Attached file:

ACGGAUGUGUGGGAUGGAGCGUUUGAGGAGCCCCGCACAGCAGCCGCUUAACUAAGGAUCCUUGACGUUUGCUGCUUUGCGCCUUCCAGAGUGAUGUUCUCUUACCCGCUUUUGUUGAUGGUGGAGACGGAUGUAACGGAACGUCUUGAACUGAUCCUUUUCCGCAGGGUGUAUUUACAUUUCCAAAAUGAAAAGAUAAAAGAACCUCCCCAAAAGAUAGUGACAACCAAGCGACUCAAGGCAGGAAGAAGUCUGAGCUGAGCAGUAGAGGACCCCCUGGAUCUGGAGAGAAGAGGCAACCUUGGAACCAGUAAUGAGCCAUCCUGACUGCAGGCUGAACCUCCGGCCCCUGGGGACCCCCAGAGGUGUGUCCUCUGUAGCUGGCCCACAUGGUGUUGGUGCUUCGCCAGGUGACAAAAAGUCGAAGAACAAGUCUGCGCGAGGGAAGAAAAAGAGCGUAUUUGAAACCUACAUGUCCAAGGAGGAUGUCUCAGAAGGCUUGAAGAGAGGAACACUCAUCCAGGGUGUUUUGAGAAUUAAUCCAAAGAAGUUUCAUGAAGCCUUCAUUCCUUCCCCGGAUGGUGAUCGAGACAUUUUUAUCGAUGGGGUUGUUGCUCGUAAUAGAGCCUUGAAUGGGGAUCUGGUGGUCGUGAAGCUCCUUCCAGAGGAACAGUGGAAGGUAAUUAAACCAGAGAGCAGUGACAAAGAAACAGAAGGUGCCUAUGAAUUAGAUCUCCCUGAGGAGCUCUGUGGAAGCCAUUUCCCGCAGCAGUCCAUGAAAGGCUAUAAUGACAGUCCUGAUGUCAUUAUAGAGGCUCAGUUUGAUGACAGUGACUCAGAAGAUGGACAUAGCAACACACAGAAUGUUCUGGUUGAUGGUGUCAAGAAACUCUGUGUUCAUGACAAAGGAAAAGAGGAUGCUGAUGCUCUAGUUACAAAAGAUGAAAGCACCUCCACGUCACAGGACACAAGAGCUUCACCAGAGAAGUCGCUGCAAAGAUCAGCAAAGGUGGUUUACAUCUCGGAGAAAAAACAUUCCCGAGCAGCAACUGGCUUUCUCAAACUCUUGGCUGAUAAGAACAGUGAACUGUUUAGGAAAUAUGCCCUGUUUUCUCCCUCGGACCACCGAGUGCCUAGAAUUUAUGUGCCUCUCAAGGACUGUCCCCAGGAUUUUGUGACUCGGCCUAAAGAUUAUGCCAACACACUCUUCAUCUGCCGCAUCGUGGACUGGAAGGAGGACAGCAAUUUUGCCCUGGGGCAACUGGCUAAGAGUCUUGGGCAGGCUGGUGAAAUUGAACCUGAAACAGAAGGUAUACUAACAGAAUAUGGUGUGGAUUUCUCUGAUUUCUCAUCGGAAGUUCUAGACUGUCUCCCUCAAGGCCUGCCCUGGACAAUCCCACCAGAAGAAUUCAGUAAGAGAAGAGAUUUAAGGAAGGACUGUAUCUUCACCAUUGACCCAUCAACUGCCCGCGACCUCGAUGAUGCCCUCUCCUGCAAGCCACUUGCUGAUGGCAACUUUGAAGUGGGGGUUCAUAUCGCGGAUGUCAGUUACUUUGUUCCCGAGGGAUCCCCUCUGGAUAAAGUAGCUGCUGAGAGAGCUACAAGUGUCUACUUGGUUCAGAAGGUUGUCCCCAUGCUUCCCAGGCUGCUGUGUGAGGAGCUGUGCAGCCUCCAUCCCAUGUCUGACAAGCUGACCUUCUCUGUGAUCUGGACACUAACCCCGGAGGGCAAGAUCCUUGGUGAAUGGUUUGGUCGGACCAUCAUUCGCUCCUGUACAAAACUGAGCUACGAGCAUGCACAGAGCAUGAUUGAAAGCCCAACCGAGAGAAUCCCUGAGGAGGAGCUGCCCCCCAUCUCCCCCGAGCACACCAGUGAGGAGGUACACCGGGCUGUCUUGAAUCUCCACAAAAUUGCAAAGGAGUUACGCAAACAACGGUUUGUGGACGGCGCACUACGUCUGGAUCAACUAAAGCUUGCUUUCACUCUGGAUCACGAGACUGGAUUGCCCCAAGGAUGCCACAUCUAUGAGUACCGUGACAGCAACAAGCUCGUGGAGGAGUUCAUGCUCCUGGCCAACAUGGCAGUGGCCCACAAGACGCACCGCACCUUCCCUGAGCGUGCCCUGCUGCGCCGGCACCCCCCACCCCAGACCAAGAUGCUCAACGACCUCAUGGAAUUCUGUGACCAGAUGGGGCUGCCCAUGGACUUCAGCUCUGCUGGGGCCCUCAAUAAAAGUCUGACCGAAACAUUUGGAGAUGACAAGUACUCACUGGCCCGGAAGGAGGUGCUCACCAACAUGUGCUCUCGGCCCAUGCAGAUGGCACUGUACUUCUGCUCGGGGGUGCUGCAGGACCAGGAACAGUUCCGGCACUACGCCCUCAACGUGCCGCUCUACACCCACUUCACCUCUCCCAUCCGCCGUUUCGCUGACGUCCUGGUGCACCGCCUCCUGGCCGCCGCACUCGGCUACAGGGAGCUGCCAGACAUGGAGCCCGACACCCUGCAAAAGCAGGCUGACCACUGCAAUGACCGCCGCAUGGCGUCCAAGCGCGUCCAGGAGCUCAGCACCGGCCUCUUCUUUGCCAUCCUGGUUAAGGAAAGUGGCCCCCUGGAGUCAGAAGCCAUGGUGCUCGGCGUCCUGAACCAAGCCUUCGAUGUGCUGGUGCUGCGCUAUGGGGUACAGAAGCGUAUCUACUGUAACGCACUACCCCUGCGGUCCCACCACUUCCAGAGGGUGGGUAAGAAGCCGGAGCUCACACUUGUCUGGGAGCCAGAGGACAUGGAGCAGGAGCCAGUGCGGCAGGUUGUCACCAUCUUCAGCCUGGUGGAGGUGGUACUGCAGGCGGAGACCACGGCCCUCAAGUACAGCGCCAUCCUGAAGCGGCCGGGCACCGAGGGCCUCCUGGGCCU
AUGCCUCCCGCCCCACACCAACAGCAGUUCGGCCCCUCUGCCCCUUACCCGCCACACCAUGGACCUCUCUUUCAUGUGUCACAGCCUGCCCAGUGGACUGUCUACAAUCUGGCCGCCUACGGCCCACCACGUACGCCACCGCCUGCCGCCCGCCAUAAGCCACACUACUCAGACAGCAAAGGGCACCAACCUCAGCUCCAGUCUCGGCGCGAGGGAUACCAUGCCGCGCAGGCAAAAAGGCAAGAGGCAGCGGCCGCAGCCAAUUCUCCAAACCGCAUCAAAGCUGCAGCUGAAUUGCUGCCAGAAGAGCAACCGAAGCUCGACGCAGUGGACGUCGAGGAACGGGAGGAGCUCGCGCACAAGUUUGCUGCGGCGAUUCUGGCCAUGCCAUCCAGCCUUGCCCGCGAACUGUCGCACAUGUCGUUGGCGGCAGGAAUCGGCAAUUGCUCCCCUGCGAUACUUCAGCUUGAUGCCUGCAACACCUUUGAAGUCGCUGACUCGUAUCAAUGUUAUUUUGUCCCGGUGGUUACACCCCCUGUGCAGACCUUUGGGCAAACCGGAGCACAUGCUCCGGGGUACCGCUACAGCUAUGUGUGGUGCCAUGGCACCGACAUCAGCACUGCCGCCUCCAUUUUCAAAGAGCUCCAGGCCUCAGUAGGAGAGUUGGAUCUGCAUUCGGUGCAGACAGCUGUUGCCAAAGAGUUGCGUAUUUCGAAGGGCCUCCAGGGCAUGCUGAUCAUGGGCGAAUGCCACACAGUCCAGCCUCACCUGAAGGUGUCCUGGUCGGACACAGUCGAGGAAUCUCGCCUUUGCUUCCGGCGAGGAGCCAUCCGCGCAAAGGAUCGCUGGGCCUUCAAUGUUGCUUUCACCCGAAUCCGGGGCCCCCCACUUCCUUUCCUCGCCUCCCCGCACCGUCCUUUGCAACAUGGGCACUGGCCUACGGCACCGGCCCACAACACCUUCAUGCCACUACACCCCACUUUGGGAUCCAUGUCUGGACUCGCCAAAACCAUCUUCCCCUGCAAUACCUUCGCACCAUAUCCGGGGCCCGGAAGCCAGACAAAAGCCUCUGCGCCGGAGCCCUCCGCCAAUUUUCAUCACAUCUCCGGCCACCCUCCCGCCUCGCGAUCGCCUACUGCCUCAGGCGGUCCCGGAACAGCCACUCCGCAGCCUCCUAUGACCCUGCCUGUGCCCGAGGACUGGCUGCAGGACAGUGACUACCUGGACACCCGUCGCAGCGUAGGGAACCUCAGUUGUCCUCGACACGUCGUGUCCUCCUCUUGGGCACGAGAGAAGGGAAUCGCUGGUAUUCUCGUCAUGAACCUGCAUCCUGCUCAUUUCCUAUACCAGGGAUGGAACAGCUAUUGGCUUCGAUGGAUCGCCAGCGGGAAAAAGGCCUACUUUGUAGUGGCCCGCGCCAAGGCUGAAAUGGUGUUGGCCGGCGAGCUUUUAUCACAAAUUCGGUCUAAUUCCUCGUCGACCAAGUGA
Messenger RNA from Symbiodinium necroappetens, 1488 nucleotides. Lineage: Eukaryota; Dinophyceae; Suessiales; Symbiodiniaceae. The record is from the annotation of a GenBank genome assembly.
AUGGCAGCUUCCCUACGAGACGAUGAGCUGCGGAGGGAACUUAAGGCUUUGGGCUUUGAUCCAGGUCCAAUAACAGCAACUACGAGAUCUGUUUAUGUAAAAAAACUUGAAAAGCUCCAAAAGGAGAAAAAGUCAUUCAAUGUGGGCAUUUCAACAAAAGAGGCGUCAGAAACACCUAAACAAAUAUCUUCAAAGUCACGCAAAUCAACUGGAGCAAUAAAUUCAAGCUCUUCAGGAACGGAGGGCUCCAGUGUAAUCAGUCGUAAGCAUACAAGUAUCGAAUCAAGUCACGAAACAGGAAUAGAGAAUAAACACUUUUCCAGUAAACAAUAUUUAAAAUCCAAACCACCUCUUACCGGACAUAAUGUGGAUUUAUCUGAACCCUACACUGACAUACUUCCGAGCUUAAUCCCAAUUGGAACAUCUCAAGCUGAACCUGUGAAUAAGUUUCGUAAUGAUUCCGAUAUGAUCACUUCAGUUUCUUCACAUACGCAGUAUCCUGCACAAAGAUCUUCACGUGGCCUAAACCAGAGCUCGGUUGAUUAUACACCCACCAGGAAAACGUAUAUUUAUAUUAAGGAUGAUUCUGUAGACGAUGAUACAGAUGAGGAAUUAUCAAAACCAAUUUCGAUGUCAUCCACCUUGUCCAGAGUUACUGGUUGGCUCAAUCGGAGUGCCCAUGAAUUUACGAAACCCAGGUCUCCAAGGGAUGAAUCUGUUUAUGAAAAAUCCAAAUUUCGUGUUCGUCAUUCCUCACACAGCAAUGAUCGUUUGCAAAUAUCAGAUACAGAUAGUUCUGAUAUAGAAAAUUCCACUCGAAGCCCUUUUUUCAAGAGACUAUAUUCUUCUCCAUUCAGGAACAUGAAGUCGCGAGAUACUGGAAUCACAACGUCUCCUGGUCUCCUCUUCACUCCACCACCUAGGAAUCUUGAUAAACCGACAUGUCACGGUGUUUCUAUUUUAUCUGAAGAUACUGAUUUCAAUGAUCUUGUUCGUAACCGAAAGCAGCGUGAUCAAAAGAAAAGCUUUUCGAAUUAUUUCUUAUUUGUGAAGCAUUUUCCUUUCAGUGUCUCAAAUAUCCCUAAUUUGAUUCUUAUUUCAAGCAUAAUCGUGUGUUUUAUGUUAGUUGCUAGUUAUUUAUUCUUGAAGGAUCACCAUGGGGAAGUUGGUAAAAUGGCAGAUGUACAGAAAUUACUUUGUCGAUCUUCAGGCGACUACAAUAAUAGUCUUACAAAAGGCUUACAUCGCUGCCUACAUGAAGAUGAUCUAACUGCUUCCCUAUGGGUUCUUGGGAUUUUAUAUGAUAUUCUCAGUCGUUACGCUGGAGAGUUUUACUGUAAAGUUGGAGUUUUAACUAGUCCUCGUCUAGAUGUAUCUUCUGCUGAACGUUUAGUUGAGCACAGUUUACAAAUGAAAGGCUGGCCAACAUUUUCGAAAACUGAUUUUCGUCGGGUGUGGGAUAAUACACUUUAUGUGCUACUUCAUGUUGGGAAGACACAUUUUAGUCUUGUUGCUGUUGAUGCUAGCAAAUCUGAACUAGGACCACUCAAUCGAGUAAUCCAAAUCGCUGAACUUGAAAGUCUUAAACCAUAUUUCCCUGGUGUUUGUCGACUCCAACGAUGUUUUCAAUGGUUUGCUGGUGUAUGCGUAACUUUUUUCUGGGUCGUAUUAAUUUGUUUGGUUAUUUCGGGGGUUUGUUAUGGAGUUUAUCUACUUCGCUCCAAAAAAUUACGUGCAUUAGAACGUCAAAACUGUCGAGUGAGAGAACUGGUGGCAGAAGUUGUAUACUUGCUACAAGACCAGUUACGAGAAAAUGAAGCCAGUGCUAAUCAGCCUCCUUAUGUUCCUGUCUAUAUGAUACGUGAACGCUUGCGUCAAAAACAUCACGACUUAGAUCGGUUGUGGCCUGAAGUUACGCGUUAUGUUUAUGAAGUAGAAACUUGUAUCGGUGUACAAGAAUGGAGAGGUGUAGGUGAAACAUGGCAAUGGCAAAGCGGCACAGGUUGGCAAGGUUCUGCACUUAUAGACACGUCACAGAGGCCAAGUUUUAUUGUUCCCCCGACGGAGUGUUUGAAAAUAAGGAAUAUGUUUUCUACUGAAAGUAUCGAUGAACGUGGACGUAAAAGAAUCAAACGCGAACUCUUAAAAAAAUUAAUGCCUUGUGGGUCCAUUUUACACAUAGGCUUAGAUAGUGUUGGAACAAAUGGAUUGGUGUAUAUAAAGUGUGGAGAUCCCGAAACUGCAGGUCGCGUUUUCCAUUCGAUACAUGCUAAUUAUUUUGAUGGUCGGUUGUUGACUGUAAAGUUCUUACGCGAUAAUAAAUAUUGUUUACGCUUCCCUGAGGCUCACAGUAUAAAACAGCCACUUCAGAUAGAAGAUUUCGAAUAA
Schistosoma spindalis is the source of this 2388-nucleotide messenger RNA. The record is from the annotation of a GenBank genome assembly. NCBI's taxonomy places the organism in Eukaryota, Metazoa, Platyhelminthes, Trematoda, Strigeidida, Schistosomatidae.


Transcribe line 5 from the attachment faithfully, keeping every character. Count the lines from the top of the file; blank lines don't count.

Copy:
Schistosoma spindalis is the source of this 2388-nucleotide messenger RNA. The record is from the annotation of a GenBank genome assembly. NCBI's taxonomy places the organism in Eukaryota, Metazoa, Platyhelminthes, Trematoda, Strigeidida, Schistosomatidae.